thyself to the present. Understand well what happens either to thee or
to another. Divide and distribute every object into the causal
(formal) and the material. Think of thy last hour. Let the wrong which
is done by a man stay there where the wrong was done.
  Direct thy attention to what is said. Let thy understanding enter
into the things that are doing and the things which do them.
  Adorn thyself with simplicity and modesty and with indifference
towards the things which lie between virtue and vice. Love mankind.
Follow God. The poet says that Law rules all.- And it is enough to
remember that Law rules all.
  About death: Whether it is a dispersion, or a resolution into atoms,
or annihilation, it is either extinction or change.
  About pain: The pain which is intolerable carries us off; but that
which lasts a long time is tolerable; and the mind maintains its own
tranquility by retiring into itself, and the ruling faculty is not
made worse. But the parts which are harmed by pain, let them, if
they can, give their opinion about it.
  About fame: Look at the minds of those who seek fame, observe what
they are, and what kind of things they avoid, and what kind of
things they pursue. And consider that as the heaps of sand piled on
one another hide the former sands, so in life the events which go
before are soon covered by those which come after.
  From Plato: The man who has an elevated mind and takes a view of all
time and of all substance, dost thou suppose it possible for him to
think that human life is anything great? it is not possible, he said.-
Such a man then will think that death also is no evil.- Certainly not.
  From Antisthenes: It is royal to do good and to be abused.
  It is a base thing for the countenance to be obedient and to
regulate and compose itself as the mind commands, and for the mind not
to be regulated and composed by itself.

  It is not right to vex ourselves at things,
  For they care nought about it.

  To the immortal gods and us give joy.

  Life must be reaped like the ripe ears of corn:
  One man is born; another dies.

  If gods care not for me and for my children,
  There is a reason for it.

  For the good is with me, and the just.

  No joining others in their wailing, no violent emotion.

  From Plato: But I would make this man a sufficient answer, which
is this: Thou sayest not well, if thou thinkest that a man who is good
for anything at all ought to compute the hazard of life or death,
and should not rather look to this only in all that he does, whether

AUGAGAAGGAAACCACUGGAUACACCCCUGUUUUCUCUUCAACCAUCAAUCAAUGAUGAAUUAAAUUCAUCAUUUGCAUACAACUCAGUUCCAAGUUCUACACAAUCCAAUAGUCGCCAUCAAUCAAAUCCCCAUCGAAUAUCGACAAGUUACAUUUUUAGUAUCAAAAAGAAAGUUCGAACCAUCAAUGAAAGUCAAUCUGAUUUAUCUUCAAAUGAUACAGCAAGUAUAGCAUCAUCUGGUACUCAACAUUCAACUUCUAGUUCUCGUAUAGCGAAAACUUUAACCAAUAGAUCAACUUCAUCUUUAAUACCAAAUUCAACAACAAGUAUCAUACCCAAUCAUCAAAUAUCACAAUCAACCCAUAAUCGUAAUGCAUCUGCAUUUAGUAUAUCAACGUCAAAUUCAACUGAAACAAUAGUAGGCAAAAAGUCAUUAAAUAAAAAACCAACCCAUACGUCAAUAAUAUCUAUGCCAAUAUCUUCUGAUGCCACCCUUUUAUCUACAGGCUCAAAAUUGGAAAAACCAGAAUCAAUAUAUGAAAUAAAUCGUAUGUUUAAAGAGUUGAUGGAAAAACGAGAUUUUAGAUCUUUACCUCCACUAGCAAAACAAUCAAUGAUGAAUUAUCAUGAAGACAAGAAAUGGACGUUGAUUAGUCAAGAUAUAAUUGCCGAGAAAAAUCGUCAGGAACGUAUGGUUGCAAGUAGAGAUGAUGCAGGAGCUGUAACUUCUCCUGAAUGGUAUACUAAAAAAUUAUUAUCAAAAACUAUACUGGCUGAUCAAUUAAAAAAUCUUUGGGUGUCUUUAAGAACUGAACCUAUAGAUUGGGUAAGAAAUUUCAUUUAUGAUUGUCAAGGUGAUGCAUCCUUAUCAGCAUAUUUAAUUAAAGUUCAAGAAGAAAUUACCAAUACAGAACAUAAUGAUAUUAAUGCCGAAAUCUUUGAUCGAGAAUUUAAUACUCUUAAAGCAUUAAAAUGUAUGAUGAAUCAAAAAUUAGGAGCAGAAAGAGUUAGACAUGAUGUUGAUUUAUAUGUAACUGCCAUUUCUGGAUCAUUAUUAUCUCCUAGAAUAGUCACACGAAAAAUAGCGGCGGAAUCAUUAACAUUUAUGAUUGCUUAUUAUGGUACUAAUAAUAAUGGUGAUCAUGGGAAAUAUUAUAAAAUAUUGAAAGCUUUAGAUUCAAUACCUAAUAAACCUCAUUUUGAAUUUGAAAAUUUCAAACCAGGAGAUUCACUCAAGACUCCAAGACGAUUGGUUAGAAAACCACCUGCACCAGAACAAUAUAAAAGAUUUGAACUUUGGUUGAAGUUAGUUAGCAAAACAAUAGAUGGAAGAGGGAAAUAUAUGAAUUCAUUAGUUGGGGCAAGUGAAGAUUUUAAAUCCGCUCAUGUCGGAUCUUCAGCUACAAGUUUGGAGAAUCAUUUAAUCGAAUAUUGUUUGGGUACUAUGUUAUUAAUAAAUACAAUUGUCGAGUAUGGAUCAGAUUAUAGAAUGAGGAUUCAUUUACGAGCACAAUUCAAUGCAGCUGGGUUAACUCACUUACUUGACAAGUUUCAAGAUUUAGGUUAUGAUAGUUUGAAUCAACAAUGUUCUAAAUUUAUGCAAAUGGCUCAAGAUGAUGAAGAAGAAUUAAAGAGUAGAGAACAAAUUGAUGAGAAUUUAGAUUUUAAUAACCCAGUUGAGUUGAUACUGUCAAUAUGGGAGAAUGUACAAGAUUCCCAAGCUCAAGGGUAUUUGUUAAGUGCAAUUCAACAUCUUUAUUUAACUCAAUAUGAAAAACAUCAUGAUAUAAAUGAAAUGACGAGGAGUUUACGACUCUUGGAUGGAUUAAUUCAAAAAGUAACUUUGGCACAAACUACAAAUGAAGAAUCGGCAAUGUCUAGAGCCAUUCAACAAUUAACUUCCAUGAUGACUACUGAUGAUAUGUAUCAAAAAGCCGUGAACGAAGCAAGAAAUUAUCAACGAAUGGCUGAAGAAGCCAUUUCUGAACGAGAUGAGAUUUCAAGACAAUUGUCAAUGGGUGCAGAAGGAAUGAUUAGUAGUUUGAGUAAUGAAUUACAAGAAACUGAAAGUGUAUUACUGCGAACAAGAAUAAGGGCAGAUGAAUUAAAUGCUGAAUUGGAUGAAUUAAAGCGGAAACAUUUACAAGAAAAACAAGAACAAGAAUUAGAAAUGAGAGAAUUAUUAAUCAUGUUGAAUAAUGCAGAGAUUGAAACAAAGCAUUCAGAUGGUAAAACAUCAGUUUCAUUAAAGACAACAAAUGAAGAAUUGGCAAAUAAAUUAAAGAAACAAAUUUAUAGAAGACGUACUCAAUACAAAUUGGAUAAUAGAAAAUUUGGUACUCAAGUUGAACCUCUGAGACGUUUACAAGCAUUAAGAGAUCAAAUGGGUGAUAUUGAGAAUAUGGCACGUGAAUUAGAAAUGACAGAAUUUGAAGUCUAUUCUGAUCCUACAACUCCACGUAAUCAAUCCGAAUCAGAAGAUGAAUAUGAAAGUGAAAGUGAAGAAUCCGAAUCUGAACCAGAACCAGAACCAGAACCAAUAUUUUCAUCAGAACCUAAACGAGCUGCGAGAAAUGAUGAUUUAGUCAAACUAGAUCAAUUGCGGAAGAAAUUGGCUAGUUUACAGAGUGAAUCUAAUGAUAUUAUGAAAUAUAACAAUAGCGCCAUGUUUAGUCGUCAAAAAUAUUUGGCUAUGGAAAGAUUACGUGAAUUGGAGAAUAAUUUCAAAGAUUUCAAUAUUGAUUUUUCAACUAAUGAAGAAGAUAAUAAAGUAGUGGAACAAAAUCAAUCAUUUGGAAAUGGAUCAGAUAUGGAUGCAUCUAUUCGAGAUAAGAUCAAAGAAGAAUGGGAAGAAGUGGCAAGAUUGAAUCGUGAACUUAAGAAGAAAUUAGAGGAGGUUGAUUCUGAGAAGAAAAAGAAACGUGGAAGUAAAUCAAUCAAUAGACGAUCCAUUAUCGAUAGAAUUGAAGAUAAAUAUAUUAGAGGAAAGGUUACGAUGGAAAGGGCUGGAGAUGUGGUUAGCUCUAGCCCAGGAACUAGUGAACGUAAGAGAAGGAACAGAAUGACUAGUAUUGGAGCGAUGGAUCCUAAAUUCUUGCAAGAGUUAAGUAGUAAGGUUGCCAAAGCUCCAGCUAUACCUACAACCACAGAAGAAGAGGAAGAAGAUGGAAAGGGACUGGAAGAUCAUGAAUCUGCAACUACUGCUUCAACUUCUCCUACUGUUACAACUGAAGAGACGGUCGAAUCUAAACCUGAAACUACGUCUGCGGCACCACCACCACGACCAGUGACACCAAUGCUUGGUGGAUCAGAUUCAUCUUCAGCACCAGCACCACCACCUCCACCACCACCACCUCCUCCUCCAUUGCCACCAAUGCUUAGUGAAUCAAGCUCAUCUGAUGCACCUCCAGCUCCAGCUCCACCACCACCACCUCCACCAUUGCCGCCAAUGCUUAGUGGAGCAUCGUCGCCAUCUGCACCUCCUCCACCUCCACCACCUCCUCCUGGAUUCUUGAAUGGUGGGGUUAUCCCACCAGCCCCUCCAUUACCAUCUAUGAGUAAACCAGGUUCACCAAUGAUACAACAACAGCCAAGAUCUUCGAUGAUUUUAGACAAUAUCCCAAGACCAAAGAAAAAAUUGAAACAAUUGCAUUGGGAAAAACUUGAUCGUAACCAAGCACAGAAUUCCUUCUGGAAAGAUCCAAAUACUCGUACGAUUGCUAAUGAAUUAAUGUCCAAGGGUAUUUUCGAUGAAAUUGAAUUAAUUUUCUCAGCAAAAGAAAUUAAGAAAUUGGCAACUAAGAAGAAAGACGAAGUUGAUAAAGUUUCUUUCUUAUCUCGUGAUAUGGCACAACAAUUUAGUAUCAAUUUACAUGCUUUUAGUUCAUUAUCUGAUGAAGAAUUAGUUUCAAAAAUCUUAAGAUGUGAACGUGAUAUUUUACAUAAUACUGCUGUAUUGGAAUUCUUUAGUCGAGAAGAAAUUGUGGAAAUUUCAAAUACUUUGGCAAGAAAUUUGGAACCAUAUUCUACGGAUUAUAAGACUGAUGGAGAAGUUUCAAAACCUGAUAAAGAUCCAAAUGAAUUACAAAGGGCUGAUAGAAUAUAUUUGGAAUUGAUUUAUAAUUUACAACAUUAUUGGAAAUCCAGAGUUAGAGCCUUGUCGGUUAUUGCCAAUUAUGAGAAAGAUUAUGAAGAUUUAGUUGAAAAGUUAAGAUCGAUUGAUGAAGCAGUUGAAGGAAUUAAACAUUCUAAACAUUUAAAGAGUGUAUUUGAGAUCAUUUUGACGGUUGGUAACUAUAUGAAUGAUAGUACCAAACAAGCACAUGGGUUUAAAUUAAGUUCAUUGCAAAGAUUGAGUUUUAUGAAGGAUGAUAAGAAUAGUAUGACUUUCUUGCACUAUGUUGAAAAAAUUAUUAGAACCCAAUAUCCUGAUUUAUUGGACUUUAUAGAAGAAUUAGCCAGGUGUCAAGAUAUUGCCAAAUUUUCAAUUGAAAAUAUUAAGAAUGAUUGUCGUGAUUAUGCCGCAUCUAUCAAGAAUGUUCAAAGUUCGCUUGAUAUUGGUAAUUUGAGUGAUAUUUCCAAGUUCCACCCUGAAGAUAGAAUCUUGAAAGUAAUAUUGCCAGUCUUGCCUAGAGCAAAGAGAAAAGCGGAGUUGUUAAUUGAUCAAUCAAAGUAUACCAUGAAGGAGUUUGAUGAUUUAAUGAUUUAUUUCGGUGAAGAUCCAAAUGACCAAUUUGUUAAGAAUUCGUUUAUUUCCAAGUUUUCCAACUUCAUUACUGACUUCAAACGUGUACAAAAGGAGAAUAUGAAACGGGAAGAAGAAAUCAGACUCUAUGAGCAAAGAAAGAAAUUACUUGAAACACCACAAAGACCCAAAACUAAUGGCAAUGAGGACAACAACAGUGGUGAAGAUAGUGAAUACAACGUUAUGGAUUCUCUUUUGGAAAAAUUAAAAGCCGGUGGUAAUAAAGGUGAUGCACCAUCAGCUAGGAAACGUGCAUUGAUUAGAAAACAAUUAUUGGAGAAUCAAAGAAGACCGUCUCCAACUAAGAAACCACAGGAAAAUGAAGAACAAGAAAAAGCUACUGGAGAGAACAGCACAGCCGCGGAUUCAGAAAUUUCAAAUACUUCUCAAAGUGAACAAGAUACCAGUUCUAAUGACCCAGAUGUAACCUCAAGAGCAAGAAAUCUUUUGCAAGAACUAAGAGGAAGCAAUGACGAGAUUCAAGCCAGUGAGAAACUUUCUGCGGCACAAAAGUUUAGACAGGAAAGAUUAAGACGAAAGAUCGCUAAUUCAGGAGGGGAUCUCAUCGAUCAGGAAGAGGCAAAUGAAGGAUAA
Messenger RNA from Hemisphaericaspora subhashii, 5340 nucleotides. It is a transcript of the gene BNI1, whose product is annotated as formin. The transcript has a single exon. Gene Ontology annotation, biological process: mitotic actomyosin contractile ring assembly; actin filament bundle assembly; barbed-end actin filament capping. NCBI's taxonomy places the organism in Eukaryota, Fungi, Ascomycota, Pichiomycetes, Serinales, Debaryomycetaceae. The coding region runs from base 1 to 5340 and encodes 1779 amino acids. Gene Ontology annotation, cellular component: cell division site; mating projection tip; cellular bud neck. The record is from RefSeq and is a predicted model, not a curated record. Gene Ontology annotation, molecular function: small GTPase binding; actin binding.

he is doing what is just or unjust, and the works of a good or a bad
man.
  For thus it is, men of Athens, in truth: wherever a man has placed
himself thinking it the best place for him, or has been placed by a
commander, there in my opinion he ought to stay and to abide the
hazard, taking nothing into the reckoning, either death or anything
else, before the baseness of deserting his post.
  But, my good friend, reflect whether that which is noble and good is
not something different from saving and being saved; for as to a man
living such or such a time, at least one who is really a man, consider
if this is not a thing to be dismissed from the thoughts: and there
must be no love of life: but as to these matters a man must intrust
them to the deity and believe what the women say, that no man can
escape his destiny, the next inquiry being how he may best live the
time that he has to live.
  Look round at the courses of the stars, as if thou wert going
along with them; and constantly consider the changes of the elements
into one another; for such thoughts purge away the filth of the
terrene life.
  This is a fine saying of Plato: That he who is discoursing about men
should look also at earthly things as if he viewed them from some
higher place; should look at them in their assemblies, armies,
agricultural labours, marriages, treaties, births, deaths, noise of
the courts of justice, desert places, various nations of barbarians,
feasts, lamentations, markets, a mixture of all things and an
orderly combination of contraries.
  Consider the past; such great changes of political supremacies. Thou
mayest foresee also the things which will be. For they will
certainly be of like form, and it is not possible that they should
deviate from the order of the things which take place now: accordingly
to have contemplated human life for forty years is the same as to have
contemplated it for ten thousand years. For what more wilt thou see?

  That which has grown from the earth to the earth,
  But that which has sprung from heavenly seed,
  Back to the heavenly realms returns.